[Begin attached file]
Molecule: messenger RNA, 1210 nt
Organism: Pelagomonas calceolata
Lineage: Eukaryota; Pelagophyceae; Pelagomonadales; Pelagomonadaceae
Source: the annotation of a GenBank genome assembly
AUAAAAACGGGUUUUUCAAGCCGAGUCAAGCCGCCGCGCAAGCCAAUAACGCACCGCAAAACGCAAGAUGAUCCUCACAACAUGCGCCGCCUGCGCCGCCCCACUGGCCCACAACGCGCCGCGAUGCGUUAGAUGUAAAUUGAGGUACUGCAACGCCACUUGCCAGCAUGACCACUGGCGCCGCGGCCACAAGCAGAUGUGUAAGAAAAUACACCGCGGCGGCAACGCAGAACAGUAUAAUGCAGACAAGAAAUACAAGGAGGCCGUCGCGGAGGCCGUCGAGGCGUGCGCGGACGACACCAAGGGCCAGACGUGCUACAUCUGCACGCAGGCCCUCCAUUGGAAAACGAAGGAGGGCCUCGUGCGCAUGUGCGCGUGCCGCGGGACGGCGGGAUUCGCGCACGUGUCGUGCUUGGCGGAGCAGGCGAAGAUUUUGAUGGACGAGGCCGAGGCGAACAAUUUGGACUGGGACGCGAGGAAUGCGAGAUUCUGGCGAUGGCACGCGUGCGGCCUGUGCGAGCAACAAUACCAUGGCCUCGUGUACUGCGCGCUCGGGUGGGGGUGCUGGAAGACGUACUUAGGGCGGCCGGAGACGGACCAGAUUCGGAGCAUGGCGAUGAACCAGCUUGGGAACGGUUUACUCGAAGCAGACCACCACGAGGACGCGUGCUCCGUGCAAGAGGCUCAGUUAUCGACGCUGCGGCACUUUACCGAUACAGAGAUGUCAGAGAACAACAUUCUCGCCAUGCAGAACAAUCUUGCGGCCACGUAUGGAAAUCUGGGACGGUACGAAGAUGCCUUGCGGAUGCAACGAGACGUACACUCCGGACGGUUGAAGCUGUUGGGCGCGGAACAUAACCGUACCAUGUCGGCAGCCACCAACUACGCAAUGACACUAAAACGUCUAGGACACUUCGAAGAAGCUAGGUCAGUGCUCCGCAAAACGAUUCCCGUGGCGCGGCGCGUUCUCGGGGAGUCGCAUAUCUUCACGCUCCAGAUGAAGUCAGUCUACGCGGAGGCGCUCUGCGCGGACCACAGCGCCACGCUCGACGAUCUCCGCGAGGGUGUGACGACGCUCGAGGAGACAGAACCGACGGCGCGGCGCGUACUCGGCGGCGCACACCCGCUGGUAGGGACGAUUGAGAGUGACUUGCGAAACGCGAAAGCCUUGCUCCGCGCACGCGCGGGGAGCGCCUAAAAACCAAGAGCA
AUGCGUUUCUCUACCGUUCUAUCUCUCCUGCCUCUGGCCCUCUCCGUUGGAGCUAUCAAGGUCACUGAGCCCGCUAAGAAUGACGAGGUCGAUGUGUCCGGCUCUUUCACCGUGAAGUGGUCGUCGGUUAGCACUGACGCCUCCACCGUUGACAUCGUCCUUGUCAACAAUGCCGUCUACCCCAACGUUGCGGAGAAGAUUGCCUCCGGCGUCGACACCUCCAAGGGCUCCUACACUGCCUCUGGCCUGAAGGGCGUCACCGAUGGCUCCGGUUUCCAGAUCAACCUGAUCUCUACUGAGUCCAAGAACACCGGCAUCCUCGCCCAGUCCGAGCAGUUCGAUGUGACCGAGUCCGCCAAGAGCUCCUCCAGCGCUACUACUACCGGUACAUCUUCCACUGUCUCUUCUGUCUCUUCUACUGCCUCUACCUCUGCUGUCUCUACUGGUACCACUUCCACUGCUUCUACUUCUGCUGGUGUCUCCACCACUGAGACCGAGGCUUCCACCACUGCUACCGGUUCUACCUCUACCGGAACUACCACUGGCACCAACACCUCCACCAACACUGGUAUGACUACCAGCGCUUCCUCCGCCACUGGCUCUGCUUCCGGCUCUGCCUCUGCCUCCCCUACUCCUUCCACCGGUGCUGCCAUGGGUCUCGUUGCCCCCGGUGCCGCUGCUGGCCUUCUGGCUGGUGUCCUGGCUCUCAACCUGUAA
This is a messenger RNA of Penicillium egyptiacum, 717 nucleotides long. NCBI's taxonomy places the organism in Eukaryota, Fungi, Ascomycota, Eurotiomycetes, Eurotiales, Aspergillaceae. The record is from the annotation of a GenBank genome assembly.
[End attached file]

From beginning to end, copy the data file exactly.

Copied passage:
Molecule: messenger RNA, 1210 nt
Organism: Pelagomonas calceolata
Lineage: Eukaryota; Pelagophyceae; Pelagomonadales; Pelagomonadaceae
Source: the annotation of a GenBank genome assembly
AUAAAAACGGGUUUUUCAAGCCGAGUCAAGCCGCCGCGCAAGCCAAUAACGCACCGCAAAACGCAAGAUGAUCCUCACAACAUGCGCCGCCUGCGCCGCCCCACUGGCCCACAACGCGCCGCGAUGCGUUAGAUGUAAAUUGAGGUACUGCAACGCCACUUGCCAGCAUGACCACUGGCGCCGCGGCCACAAGCAGAUGUGUAAGAAAAUACACCGCGGCGGCAACGCAGAACAGUAUAAUGCAGACAAGAAAUACAAGGAGGCCGUCGCGGAGGCCGUCGAGGCGUGCGCGGACGACACCAAGGGCCAGACGUGCUACAUCUGCACGCAGGCCCUCCAUUGGAAAACGAAGGAGGGCCUCGUGCGCAUGUGCGCGUGCCGCGGGACGGCGGGAUUCGCGCACGUGUCGUGCUUGGCGGAGCAGGCGAAGAUUUUGAUGGACGAGGCCGAGGCGAACAAUUUGGACUGGGACGCGAGGAAUGCGAGAUUCUGGCGAUGGCACGCGUGCGGCCUGUGCGAGCAACAAUACCAUGGCCUCGUGUACUGCGCGCUCGGGUGGGGGUGCUGGAAGACGUACUUAGGGCGGCCGGAGACGGACCAGAUUCGGAGCAUGGCGAUGAACCAGCUUGGGAACGGUUUACUCGAAGCAGACCACCACGAGGACGCGUGCUCCGUGCAAGAGGCUCAGUUAUCGACGCUGCGGCACUUUACCGAUACAGAGAUGUCAGAGAACAACAUUCUCGCCAUGCAGAACAAUCUUGCGGCCACGUAUGGAAAUCUGGGACGGUACGAAGAUGCCUUGCGGAUGCAACGAGACGUACACUCCGGACGGUUGAAGCUGUUGGGCGCGGAACAUAACCGUACCAUGUCGGCAGCCACCAACUACGCAAUGACACUAAAACGUCUAGGACACUUCGAAGAAGCUAGGUCAGUGCUCCGCAAAACGAUUCCCGUGGCGCGGCGCGUUCUCGGGGAGUCGCAUAUCUUCACGCUCCAGAUGAAGUCAGUCUACGCGGAGGCGCUCUGCGCGGACCACAGCGCCACGCUCGACGAUCUCCGCGAGGGUGUGACGACGCUCGAGGAGACAGAACCGACGGCGCGGCGCGUACUCGGCGGCGCACACCCGCUGGUAGGGACGAUUGAGAGUGACUUGCGAAACGCGAAAGCCUUGCUCCGCGCACGCGCGGGGAGCGCCUAAAAACCAAGAGCA
AUGCGUUUCUCUACCGUUCUAUCUCUCCUGCCUCUGGCCCUCUCCGUUGGAGCUAUCAAGGUCACUGAGCCCGCUAAGAAUGACGAGGUCGAUGUGUCCGGCUCUUUCACCGUGAAGUGGUCGUCGGUUAGCACUGACGCCUCCACCGUUGACAUCGUCCUUGUCAACAAUGCCGUCUACCCCAACGUUGCGGAGAAGAUUGCCUCCGGCGUCGACACCUCCAAGGGCUCCUACACUGCCUCUGGCCUGAAGGGCGUCACCGAUGGCUCCGGUUUCCAGAUCAACCUGAUCUCUACUGAGUCCAAGAACACCGGCAUCCUCGCCCAGUCCGAGCAGUUCGAUGUGACCGAGUCCGCCAAGAGCUCCUCCAGCGCUACUACUACCGGUACAUCUUCCACUGUCUCUUCUGUCUCUUCUACUGCCUCUACCUCUGCUGUCUCUACUGGUACCACUUCCACUGCUUCUACUUCUGCUGGUGUCUCCACCACUGAGACCGAGGCUUCCACCACUGCUACCGGUUCUACCUCUACCGGAACUACCACUGGCACCAACACCUCCACCAACACUGGUAUGACUACCAGCGCUUCCUCCGCCACUGGCUCUGCUUCCGGCUCUGCCUCUGCCUCCCCUACUCCUUCCACCGGUGCUGCCAUGGGUCUCGUUGCCCCCGGUGCCGCUGCUGGCCUUCUGGCUGGUGUCCUGGCUCUCAACCUGUAA
This is a messenger RNA of Penicillium egyptiacum, 717 nucleotides long. NCBI's taxonomy places the organism in Eukaryota, Fungi, Ascomycota, Eurotiomycetes, Eurotiales, Aspergillaceae. The record is from the annotation of a GenBank genome assembly.